We all rely on them. They are one of the most trusted professionals. They can save your life.
No, we're not talking superhereos… GPs or 'general practitioners' are one of the top profession choices, and it’s not hard to see why as they play a vital role in the medical sector.
So, what will I actually be doing?
GPs play a hugely important role within their community. You’re the first port of call for anyone who falls ill, feels depressed or wakes up with worse back pain now than when they went to sleep.
A sure fire way of impressing at parties, GPs are fully-trained medical doctors who practice in the primary care sector (in the scary world beyond hospitals).
The nitty gritty
The core work of a GP is all about listening, so if you like to talk about yourself and not much else, you might want to consider a different career. Daily tasks can include:
- Holding consultations in the surgery
- Listening to patients and diagnosing and treating their symptoms
- Deciding on the right course of action for patients (could include hospital referral for specialised treatment)
Administrative and management duties
Because you’ll be such a busy bee, many practices now employ full-time managers to take the load off the doctors, but a GP is still responsible for:
- Keeping detailed records of all patients and the treatments they receive
- Hiring and managing staff
- Making major spending decisions on premises and equipment
- Liaising with other medical and social care professionals within their own surgery and beyond
With further training GPs can sharpen their specialist knowledge in areas such as diabetes or heart disease, and hold specialist consultations within their practice, just like a hospital consultant. There are also openings like prison doctors, police surgeons, army doctors and GP trainers, not to mention the high standing in which UK-trained GPs are held internationally.
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Money, money, money
If you’re going into this job just for that salary, you may need to slow down and have a re-think as the big figures will only come after years of work.
Salaried GPs working directly for a primary care trust start at £57,000, rising to £81,000 with experience, but when you first start as a junior hospital doctor you’ll earn between £22,000 and £29,000 for a 40-hour week.
To join the elite group of high-earning GPs, you have to become a practice partner. In simple terms, become a self-employed independent contractor to the NHS. If you choose this, you’ll be responsible for providing adequate premises from which to practice and employing your own staff.
Any profit will depend on the services you provide and the way you run the practice: certainly there have been plenty of cases of such GPs earning well over £250,000 per year, and the latest set of reforms is expected to push GP earnings potentially even higher.
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The good points...
Despite the huge changes in the structure and nature the of work, being a GP is still a highly respected job. It richly rewards all those long, hard and expensive years of training you have to endure to get to the enviable position.
Once fully-qualified you could be in demand from more than just needy patients. A whole world becomes available as you could work as an educator, academic researcher, advising police and lawyers in criminal cases, writing for publications, broadcasting, or working for government, professional associations and NHS committees.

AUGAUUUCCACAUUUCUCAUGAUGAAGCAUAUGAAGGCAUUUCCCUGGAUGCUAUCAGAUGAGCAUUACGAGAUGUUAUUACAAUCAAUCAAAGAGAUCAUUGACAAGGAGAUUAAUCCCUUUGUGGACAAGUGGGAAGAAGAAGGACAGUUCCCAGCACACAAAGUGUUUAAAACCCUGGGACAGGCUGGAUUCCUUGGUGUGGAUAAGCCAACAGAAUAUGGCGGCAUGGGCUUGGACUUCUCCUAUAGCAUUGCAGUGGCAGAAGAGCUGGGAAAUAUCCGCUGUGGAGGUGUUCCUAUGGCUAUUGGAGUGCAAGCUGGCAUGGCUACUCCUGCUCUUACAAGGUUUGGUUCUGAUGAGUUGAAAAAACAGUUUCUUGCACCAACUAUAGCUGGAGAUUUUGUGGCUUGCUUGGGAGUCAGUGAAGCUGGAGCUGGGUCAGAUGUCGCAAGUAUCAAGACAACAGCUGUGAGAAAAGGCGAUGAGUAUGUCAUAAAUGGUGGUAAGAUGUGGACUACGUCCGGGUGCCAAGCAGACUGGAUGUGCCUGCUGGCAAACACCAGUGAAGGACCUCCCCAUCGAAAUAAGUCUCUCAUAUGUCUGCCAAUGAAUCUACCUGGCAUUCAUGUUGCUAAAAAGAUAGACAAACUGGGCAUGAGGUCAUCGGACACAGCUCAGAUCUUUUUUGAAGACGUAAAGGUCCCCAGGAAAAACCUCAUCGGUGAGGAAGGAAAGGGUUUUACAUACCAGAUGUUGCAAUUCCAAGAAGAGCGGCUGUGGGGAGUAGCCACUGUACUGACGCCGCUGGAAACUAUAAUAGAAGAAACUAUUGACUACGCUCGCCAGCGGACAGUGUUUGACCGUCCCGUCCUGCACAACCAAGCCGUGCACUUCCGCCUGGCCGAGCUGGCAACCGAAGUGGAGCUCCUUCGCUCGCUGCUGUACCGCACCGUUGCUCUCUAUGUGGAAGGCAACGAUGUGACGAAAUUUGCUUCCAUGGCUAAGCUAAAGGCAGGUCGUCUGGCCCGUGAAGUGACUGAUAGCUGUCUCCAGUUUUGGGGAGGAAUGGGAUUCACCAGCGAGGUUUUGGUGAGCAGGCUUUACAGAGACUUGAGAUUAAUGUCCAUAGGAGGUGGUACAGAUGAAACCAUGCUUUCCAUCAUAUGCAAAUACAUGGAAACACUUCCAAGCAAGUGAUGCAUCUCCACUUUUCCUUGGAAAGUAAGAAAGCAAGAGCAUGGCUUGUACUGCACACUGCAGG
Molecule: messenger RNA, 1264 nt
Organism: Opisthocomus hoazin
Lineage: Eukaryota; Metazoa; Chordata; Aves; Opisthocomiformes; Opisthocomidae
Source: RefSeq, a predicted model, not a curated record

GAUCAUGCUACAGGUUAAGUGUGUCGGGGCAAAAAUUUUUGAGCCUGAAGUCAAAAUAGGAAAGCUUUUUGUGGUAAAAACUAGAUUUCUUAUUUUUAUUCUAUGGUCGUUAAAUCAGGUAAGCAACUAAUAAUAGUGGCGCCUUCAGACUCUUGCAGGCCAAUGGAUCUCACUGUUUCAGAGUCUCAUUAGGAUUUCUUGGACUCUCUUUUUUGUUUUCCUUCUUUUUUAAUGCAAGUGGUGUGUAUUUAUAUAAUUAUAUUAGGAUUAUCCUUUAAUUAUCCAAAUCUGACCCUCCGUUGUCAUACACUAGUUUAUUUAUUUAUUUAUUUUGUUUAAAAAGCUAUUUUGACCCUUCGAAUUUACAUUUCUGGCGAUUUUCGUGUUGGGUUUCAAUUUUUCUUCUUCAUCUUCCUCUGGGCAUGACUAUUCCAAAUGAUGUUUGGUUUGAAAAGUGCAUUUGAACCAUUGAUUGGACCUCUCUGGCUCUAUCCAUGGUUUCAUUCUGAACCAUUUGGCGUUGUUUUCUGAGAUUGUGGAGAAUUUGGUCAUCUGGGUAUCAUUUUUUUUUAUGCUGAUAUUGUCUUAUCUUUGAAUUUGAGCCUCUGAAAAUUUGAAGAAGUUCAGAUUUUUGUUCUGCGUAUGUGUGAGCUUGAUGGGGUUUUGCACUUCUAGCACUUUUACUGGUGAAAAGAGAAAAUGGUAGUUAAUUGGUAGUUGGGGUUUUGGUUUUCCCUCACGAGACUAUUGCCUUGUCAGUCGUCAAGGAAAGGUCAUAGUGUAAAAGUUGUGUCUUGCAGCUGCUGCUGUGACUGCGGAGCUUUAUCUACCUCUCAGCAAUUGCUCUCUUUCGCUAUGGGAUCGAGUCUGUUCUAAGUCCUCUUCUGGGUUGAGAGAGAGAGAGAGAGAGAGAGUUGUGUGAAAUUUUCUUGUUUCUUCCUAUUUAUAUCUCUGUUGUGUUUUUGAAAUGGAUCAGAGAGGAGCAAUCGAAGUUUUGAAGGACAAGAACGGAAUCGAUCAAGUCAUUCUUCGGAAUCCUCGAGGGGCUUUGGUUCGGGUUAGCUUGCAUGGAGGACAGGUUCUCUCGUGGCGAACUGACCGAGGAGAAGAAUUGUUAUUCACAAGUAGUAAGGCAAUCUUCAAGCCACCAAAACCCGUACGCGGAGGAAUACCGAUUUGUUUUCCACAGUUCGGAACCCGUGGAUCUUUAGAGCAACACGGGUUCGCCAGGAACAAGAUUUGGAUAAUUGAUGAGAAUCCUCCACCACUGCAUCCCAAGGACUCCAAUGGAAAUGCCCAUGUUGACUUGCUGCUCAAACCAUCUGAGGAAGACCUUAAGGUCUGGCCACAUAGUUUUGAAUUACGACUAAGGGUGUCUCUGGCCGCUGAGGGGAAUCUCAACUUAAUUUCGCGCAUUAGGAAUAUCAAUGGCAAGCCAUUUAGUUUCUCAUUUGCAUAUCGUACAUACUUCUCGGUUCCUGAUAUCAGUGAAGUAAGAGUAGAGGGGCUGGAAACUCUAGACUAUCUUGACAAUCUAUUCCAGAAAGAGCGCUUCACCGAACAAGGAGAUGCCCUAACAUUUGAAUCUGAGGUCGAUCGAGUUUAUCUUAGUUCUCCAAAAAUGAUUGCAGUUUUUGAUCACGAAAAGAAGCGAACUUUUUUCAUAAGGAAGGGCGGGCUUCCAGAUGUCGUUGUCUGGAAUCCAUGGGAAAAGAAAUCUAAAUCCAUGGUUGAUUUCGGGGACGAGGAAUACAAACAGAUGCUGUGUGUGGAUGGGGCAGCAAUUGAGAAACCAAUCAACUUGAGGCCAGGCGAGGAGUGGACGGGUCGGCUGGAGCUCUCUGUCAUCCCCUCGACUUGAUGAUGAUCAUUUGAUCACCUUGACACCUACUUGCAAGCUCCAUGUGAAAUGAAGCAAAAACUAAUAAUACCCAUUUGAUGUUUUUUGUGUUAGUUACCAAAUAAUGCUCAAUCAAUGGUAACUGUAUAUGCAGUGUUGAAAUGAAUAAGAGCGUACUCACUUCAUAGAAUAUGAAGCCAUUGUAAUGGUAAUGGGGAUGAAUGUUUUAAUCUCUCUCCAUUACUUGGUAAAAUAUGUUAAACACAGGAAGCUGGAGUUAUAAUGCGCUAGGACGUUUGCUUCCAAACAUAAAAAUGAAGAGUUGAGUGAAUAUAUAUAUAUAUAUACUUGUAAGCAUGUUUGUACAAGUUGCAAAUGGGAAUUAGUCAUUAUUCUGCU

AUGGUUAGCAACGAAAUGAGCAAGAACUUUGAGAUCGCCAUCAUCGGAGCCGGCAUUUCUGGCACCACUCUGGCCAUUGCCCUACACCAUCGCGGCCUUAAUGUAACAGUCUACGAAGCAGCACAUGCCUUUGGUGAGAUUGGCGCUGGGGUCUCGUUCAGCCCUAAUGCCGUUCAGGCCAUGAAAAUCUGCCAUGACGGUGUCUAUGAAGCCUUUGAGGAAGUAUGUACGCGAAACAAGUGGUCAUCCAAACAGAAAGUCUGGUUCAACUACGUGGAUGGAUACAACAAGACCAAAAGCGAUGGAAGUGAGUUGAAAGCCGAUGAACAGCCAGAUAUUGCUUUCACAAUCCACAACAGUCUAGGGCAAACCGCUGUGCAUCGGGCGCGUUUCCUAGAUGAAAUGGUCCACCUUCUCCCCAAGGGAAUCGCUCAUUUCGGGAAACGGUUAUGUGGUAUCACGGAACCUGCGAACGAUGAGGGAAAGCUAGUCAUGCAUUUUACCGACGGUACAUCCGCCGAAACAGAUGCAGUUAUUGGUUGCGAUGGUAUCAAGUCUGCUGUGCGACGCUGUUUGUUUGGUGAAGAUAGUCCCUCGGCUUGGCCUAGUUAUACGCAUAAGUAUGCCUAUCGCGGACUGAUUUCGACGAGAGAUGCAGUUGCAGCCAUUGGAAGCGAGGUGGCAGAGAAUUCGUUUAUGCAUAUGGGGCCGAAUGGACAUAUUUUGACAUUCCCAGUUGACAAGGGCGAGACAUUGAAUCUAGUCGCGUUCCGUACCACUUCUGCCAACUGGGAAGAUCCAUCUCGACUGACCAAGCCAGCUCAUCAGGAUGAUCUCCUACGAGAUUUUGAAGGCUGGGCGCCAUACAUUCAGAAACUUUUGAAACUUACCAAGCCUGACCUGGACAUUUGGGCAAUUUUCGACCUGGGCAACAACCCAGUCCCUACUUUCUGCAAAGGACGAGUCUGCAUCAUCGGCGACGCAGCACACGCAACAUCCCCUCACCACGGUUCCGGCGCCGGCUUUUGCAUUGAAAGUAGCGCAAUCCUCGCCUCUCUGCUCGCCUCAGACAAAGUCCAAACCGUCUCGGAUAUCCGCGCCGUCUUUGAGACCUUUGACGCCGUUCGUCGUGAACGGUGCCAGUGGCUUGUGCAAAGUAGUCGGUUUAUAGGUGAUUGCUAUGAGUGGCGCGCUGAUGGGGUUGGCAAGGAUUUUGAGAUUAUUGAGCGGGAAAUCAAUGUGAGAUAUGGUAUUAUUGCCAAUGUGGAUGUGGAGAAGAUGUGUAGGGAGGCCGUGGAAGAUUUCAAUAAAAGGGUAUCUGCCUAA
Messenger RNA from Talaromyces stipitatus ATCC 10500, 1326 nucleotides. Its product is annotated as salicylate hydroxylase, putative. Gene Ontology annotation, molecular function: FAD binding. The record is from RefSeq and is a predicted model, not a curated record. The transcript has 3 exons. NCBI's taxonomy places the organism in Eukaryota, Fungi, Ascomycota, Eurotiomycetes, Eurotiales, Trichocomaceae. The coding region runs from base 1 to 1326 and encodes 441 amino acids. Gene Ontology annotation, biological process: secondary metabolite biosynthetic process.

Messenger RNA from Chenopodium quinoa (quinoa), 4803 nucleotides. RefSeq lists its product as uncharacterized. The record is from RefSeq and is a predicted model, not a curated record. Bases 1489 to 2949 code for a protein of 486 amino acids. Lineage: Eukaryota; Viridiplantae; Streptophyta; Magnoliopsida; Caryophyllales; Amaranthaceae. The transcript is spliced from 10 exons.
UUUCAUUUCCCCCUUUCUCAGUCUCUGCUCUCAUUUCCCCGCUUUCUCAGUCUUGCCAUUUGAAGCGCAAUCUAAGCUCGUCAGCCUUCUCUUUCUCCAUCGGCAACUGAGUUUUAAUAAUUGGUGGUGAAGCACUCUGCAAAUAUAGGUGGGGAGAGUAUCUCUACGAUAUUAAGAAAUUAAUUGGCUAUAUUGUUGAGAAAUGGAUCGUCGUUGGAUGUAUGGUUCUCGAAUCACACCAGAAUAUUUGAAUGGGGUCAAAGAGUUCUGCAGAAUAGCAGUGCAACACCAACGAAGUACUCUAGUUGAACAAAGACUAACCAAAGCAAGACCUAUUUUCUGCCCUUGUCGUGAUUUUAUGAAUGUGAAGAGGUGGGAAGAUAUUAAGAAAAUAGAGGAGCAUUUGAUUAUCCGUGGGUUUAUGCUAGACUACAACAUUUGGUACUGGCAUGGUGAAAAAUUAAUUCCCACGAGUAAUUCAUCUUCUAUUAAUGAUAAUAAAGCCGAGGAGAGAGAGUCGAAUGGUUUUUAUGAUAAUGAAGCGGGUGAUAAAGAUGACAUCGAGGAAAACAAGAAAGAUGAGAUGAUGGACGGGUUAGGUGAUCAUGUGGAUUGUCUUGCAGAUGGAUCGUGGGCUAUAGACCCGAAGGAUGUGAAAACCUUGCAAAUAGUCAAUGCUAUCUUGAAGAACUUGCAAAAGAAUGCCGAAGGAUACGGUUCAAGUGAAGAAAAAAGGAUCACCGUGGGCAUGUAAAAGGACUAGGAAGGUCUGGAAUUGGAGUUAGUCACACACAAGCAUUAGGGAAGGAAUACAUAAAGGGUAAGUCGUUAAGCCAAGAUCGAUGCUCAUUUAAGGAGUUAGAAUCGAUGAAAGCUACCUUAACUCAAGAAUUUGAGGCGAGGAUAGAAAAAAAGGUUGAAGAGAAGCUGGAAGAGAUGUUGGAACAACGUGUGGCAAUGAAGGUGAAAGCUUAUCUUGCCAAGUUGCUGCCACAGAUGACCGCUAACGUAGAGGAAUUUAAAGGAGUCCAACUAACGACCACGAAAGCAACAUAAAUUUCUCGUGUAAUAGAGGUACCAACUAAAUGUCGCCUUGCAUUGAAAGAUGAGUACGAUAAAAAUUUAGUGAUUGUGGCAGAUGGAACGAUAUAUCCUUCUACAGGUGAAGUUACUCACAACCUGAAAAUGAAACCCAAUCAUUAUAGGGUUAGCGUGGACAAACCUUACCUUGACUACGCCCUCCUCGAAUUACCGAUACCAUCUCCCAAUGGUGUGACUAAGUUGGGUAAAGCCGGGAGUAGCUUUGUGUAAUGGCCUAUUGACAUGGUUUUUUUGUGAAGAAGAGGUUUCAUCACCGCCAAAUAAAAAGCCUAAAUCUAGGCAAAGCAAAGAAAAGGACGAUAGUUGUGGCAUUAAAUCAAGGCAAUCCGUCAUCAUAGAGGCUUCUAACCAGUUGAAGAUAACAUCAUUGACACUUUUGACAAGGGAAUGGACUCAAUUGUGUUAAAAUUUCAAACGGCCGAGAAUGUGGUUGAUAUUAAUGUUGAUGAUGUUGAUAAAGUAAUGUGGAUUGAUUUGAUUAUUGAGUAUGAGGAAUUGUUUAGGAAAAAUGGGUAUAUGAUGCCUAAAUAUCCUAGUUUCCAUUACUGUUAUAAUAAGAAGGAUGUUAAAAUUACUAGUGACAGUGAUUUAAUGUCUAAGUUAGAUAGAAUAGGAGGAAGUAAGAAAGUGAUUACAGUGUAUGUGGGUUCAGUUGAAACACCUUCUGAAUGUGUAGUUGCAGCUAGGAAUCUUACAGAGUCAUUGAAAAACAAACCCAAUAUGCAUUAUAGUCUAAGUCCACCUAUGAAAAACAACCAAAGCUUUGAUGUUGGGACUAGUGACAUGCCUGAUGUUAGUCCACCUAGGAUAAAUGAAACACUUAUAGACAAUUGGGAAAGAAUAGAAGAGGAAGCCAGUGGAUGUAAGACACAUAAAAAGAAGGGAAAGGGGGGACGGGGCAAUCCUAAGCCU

...and the bad
Everyone has had a day when they think death is knocking at the door when actually it’s just a cold. Well being a GP you’ll come across people like this on a daily basis, alongside time-wasters who just have a small cut on their leg and are insisting you call an ambulance. Best of luck with them.
GPs are also often involved in research and medical education, so you’ll have to keep up to date with massive amounts of information from drug companies and medical journals. The study will never end in this job.
Is there study involved?
No time for slacking if you want to be a GP, there's a lot of training to be done. Competition for places on both undergraduate and postgraduate medical courses is intense, so you’ll need excellent A-level grades before you’ve even begun further education.
Then you’ve got to go to a university medical school and complete a degree in medicine, which typically takes four to five years, although some colleges now offer accelerated degree courses for applicants with relevant science degrees.
Once you have your shiny medical degree, you’ll need to do at least another 5 years of specialist postgraduate study. This includes a 2 year foundation period in which you’ll work in various junior hospital doctor roles.
By this point you’ll need to decide what sort of a doctor you wish to become as the next three years training as a speciality registrar, working in hospitals in various specialist areas for 18 months. Then, if you’ve chosen the GP route, you’ll work the final 18 months in primary care.
After successful completion of each of these stages, you’ll still need to pass a final exam to become a Member of the Royal College of General Practitioners – only then are you are a fully-fledged GP. Phew!
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OK, I'm interested... But is it really the job for me?
The NHS has changed dramatically so these days GPs need business sense as well as medical expertise, a reason why the majority are now self-employed, working with groups of other GP partners in practices or commissioning services for their patients through the local primary care trust.
Under the latest set of NHS reforms GPs will have even more power and influence so will need more management skills as they become the primary decision makers in localised NHS spending.